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Ross N. Hoffman, Peter Dailey, Susanna Hopsch, Rui M. Ponte, Katherine Quinn, Emma M. Hill, and Brian Zachry

1. Introduction Sea level is projected to continue to rise, and some studies suggest that the rate of rise is accelerating (e.g., Church and White 2006 ). Since even a difference on the order of 10 cm in the astronomical tide can have a significant impact on storm surge risk to life and property, sea level rise is directly connected to storm surge risk. Furthermore, although consideration of local sea level involves several complicating factors as described in section 2 , the connection

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Jason Senkbeil, Jennifer Collins, and Jacob Reed

1. Introduction Understanding the myriad reasons why people do or do not evacuate from hurricanes is a complicated puzzle with different information and forms of messaging interacting with physical and social stimuli ( Morss et al. 2016 ). In a statistical meta-analysis of 49 studies, Huang et al. (2016) found that official warnings, mobile home residence, risk area residence, storm conditions, social cues, and expected impacts all consistently influence evacuation. Developing a deeper

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Clement Guilloteau, Marielle Gosset, Cecile Vignolles, Matias Alcoba, Yves M. Tourre, and Jean-Pierre Lacaux

RVF vector risk assessment can be improved. Section 2 presents the dataset used for this study. It includes satellite rainfall products and a dense rain gauge network in Niger. In section 3 , a newly developed model is presented. Section 4 quantifies the sensitivity of the model to rainfall variability within 45 km × 45 km. It investigates high-resolution satellite rainfall as a forcing field and compares it with using a single rain gauge. Finally, the model-estimated water bodies are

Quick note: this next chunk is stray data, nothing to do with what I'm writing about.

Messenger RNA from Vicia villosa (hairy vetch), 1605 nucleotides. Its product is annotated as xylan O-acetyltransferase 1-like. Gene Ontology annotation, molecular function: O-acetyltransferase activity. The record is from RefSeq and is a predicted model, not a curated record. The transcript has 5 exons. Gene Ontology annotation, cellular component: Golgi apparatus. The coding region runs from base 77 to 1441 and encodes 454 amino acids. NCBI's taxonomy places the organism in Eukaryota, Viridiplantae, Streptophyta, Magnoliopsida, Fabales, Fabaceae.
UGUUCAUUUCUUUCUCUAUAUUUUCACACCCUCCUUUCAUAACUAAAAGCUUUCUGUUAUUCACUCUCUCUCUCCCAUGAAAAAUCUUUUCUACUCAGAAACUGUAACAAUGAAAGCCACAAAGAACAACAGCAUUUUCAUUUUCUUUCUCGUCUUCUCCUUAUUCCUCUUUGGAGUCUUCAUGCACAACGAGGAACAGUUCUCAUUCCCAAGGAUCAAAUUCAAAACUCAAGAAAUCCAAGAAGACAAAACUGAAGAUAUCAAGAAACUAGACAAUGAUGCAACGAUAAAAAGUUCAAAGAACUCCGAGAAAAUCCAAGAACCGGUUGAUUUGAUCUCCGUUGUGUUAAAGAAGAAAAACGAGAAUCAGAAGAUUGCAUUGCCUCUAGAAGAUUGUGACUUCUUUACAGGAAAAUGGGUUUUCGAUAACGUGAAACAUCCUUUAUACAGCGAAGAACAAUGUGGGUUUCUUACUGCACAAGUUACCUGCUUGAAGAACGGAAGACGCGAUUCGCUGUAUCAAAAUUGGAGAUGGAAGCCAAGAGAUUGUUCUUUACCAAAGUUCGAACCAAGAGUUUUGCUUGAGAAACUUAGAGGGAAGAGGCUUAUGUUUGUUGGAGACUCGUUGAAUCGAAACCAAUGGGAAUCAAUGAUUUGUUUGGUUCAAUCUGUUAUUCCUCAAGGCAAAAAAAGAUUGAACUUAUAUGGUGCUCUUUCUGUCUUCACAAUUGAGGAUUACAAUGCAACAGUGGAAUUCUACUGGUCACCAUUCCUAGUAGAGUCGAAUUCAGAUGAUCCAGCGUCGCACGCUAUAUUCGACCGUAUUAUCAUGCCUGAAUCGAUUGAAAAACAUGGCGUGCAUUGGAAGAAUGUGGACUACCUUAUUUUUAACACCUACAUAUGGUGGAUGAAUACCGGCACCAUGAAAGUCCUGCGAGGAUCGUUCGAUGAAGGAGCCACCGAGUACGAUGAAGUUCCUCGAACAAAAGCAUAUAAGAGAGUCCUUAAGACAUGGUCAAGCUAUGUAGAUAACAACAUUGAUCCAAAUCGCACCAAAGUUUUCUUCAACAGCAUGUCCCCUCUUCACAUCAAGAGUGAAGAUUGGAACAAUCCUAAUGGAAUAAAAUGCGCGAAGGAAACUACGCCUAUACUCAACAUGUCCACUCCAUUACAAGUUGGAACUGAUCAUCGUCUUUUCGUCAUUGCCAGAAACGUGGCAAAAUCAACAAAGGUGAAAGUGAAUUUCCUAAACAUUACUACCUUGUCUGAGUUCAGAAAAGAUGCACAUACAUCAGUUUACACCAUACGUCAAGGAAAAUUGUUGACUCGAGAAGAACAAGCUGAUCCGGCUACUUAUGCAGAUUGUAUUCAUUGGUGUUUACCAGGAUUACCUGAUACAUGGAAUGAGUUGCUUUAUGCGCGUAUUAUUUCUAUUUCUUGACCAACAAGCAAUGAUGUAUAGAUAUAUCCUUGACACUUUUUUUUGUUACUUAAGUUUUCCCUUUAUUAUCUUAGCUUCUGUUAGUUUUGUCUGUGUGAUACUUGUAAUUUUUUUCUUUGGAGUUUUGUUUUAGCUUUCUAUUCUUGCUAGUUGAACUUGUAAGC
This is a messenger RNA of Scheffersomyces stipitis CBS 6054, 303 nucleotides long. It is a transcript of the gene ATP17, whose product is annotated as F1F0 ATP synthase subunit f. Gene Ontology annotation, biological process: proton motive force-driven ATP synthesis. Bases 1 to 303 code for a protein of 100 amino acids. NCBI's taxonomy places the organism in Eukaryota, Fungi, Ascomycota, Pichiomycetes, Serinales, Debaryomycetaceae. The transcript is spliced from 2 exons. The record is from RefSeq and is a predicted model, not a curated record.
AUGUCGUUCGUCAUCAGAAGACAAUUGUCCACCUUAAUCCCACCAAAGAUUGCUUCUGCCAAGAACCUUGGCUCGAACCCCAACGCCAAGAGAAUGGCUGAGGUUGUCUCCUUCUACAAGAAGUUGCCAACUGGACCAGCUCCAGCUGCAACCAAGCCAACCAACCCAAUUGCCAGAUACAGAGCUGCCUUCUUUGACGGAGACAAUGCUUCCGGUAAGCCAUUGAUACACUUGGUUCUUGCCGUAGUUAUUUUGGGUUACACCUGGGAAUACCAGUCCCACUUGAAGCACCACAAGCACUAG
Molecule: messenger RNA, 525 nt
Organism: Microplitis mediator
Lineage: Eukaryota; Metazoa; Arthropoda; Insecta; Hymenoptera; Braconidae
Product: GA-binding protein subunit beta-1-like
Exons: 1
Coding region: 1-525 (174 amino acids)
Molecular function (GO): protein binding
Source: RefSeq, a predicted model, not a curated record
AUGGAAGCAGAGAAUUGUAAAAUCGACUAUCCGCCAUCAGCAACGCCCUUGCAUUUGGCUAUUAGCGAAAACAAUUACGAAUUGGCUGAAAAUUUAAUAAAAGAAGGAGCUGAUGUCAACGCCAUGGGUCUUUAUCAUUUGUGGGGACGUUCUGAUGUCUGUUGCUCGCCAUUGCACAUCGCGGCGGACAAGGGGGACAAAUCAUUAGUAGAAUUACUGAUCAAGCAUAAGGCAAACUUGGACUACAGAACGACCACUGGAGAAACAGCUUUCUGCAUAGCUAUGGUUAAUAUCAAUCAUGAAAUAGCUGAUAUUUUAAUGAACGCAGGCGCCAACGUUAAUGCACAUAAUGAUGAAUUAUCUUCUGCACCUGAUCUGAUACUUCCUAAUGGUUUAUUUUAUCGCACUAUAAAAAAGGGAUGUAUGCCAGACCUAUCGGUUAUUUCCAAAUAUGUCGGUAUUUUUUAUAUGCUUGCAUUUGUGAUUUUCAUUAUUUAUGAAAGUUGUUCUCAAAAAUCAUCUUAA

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Peter H. Gleick

; Barnett and Adgerb 2007 ; Schmidhuber and Tubiello 2007 ; Malone 2013 ). Recently, the U.S. Department of Defense assessed these risks as part of the Quadrennial Defense Review Report ( U.S. Department of Defense 2010 ; Parthemore and Rogers 2010 ). Among their conclusions, “assessments conducted by the intelligence community indicate that climate change could have significant geopolitical impacts around the world, contributing to poverty, environmental degradation, and the further weakening of

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Kathleen Sherman-Morris, Karla B. Antonelli, and Carrick C. Williams

1. Introduction The loss of life caused by storm surge from Hurricane Sandy in 2012 ( Blake et al. 2013 ) combined with reports noting residents underestimated their level of risk from storm surge ( Baker et al. 2012 ) help demonstrate a need to focus on the communication of storm surge potential. When computerized hurricane path/forecast track graphics were first released in 1996, the National Hurricane Center’s goal was to help provide “a ready, unambiguous description of what’s going on